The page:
Welcome to my first-ever ramblings, where I’ll be writing down my thoughts on the NHL’s prospects once a week. I’ll be using the ramblings to let you in on some questions I ask myself often, regarding NHL prospects, amateur scouting and player development.
A little over a week ago, a trusted member of the analytics community, CJ Turtoro, tweeted this regarding the AHL:
It was accompanied by this article, which outlined the difference between the increase in NHLer and Star probabilities in prospects that join the NHL, versus the decrease in those same projections when prospects join the AHL (visualized below).
The article continues to state that the AHL is, in fact, last out of all 95 tracked leagues in terms of the average effect on a prospect’s NHL projections, and Turtoro argues that the developmental value of having a prospect play in the NHL has far more potential for growth, as they learn to play at the level they’re aiming for.
This question has been at the back of my mind ever since the Canadiens’ Jesperi Kotkaniemi was sent down to Laval after a shaky start to his sophomore season in 2020; does sending down prospects who are struggling do anything for their game in the positive sense, or are they better off playing through the rough patch while using their NHL team’s large array of resources to sort their shortcomings out?
Also, if prospects don’t develop in the AHL, and if they’re not good enough for the big team, where do you develop them? Is there one league that’s better than all the others, or does it function on a case-by-case basis depending on the prospect?
Now, I have no data to back it up, but here’s the only hypothesis I’ve come up with so far: leagues with international ice surfaces and adult players, such as the SHL and the Finnish Liiga, might be better for 20+ year-old prospects who already have the instinct of cutting towards the middle of the ice and playing between checks, while needing to get better with the puck on their stick; playing on larger ice forces them to up the tempo while maintaining control of the puck and to get involved in transitions, to the detriment of allowing prospects to take wide routes that wouldn’t work in the NHL. If their instincts already keep them away from those habits, then international ice seems like a great match for their needs.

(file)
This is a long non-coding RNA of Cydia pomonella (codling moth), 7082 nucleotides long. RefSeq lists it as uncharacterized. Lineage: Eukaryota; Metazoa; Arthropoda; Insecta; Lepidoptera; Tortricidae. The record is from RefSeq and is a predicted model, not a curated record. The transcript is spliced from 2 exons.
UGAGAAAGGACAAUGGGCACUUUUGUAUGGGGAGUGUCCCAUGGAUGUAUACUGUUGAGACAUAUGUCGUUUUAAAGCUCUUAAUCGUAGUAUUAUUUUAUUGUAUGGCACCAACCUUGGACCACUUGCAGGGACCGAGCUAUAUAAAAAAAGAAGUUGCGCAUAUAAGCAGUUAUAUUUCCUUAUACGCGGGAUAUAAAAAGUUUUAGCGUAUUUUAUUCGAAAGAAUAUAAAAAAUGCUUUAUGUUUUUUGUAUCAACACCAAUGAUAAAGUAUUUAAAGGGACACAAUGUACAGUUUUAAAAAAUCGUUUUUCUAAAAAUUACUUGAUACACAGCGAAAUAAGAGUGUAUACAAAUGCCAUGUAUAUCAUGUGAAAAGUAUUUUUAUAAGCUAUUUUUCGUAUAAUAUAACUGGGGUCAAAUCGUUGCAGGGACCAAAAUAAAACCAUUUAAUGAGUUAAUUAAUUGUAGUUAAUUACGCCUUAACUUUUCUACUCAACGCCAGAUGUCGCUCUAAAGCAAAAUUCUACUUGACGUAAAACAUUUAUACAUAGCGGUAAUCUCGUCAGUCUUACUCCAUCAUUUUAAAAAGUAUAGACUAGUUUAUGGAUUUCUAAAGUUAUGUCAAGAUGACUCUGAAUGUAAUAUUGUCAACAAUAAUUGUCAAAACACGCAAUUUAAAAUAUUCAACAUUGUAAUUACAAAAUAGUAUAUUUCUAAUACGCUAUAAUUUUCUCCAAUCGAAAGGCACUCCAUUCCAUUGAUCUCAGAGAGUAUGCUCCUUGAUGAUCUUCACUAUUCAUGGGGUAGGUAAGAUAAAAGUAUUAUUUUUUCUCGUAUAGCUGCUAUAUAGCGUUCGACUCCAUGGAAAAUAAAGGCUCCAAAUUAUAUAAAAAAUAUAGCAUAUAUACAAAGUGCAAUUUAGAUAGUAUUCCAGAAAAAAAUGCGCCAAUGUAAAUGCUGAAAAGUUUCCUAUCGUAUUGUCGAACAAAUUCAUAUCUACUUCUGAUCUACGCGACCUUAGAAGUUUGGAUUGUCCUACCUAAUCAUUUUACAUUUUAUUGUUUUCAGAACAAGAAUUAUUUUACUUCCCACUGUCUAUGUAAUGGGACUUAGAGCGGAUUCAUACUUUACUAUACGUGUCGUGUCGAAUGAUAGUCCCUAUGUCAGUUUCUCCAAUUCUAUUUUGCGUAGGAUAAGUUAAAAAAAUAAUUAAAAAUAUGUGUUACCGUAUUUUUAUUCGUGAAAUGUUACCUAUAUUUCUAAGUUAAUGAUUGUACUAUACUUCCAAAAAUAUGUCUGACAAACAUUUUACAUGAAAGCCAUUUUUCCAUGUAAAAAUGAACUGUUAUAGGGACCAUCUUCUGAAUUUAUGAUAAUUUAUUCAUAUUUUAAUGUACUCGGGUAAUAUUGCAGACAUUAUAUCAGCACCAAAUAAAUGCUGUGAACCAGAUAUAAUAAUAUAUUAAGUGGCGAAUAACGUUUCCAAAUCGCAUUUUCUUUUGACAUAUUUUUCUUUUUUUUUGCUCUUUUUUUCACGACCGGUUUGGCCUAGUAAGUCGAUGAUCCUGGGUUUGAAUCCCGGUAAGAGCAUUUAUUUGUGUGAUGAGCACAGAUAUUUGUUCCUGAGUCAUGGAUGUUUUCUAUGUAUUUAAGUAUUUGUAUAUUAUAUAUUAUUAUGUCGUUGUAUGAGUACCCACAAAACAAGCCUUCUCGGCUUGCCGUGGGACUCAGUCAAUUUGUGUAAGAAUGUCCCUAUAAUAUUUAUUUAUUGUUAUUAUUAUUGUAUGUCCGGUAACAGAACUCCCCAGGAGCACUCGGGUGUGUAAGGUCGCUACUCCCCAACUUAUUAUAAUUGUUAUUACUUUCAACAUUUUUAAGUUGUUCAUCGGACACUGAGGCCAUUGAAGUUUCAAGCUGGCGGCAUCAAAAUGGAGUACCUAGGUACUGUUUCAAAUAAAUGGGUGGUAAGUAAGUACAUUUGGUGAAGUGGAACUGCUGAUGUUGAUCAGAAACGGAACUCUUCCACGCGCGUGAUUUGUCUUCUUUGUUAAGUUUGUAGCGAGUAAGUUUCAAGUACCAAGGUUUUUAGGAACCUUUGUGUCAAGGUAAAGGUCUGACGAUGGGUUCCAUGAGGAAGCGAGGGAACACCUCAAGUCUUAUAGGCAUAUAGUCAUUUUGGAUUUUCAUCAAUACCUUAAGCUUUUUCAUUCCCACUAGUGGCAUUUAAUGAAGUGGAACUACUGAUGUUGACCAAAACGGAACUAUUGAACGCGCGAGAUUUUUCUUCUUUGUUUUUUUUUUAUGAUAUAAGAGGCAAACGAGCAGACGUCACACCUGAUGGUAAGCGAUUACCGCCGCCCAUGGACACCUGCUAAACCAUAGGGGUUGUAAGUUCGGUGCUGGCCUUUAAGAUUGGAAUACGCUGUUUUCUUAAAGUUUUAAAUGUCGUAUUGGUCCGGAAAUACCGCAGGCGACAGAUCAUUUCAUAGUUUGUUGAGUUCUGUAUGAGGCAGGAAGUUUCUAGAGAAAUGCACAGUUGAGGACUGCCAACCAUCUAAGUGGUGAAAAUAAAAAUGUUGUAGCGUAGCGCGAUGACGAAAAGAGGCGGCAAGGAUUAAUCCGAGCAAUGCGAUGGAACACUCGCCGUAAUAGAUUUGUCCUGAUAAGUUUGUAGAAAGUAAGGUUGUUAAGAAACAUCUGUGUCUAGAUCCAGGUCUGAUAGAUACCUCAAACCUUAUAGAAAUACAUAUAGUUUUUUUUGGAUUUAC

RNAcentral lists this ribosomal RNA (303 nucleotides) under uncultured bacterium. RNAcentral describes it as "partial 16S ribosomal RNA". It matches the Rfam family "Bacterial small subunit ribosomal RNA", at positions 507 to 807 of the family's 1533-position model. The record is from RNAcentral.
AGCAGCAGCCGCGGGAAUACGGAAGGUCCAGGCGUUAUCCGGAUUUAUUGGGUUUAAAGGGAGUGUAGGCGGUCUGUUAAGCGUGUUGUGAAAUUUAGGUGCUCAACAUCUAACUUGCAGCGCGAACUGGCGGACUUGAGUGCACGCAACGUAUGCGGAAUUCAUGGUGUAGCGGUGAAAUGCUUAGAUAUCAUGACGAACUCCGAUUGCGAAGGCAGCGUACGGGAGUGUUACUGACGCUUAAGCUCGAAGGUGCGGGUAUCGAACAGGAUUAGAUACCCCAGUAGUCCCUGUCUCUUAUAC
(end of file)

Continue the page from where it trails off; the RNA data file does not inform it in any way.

It is also a great league in which to learn how to play as a five-man unit in each team’s zone; the larger offensive thirds lead to longer stretches of play in each zone, forcing players to scan regularly and remain on their toes. Swedish and Finnish players are often skilled at blocking passing lanes and reading plays as a result.
On the other hand, college hockey could be a great opportunity for a younger prospect to learn to escape pressure and move off-the-puck, as the 18-24 year-old range of hockey players tends to be more intense on the forecheck and on loose pucks than junior leagues, while having decent enough knowledge on how to clog up passing lanes appropriately and defend in-zone to force the prospect to add a layer of thinking to his routes through traffic.
The AHL can still be a league in which a prospect learns some aspects of the NHL game, but they will likely need to have a pro frame and high-level escapability to be able to keep up with the more traditionally physical hockey that awaits them in the minors.
If you ask any player who has played in both leagues, they will often highlight how massive the step is between the two and how much faster the NHL is; if prospects who don’t tend to play with pace find themselves in the AHL, they likely won’t develop the habit later on, so long as they play in a structure that rewards dump-and-chase, hard-nosed hockey. They also won’t have access to the same resources as they would at higher levels, and could have their mind on a call-up the whole time rather than focusing on their development team for the year, which can lead to potential friction in the locker room with teammates who are more dedicated to the minor-league team than they are.
In short, in my mind, the best league for developing a prospect depends on what the prospect needs to learn. There are individual programs that might be better than others at teaching and integrating foundational hockey tools in young players – the OHL’s London Knights, Shattuck St. Mary’s prep school, the SHL’s Frölunda for defensemen, and others come to mind – but the level of competition changes drastically from league to league, and what matters the most is regularly experiencing game situations that the prospect will see often at the NHL level, which they currently are not comfortable with.
Game situations like transitions, pressured puck carries, playing on the backhand, board battles, rush defense, and many others can sometimes be avoided entirely by prospects, who then build and accumulate bad habits. If you find the league that forces them into the specific NHL-adjacent situations they need to learn to handle, they’ll be exposed to a side of their game that they can then explore and develop, effectively adding to their arsenal of on-ice abilities before they get anywhere near their team’s starting lineup.
– Hadi K.
Follow me on Twitter @HadiK_Scouting for all of your NHL prospect needs!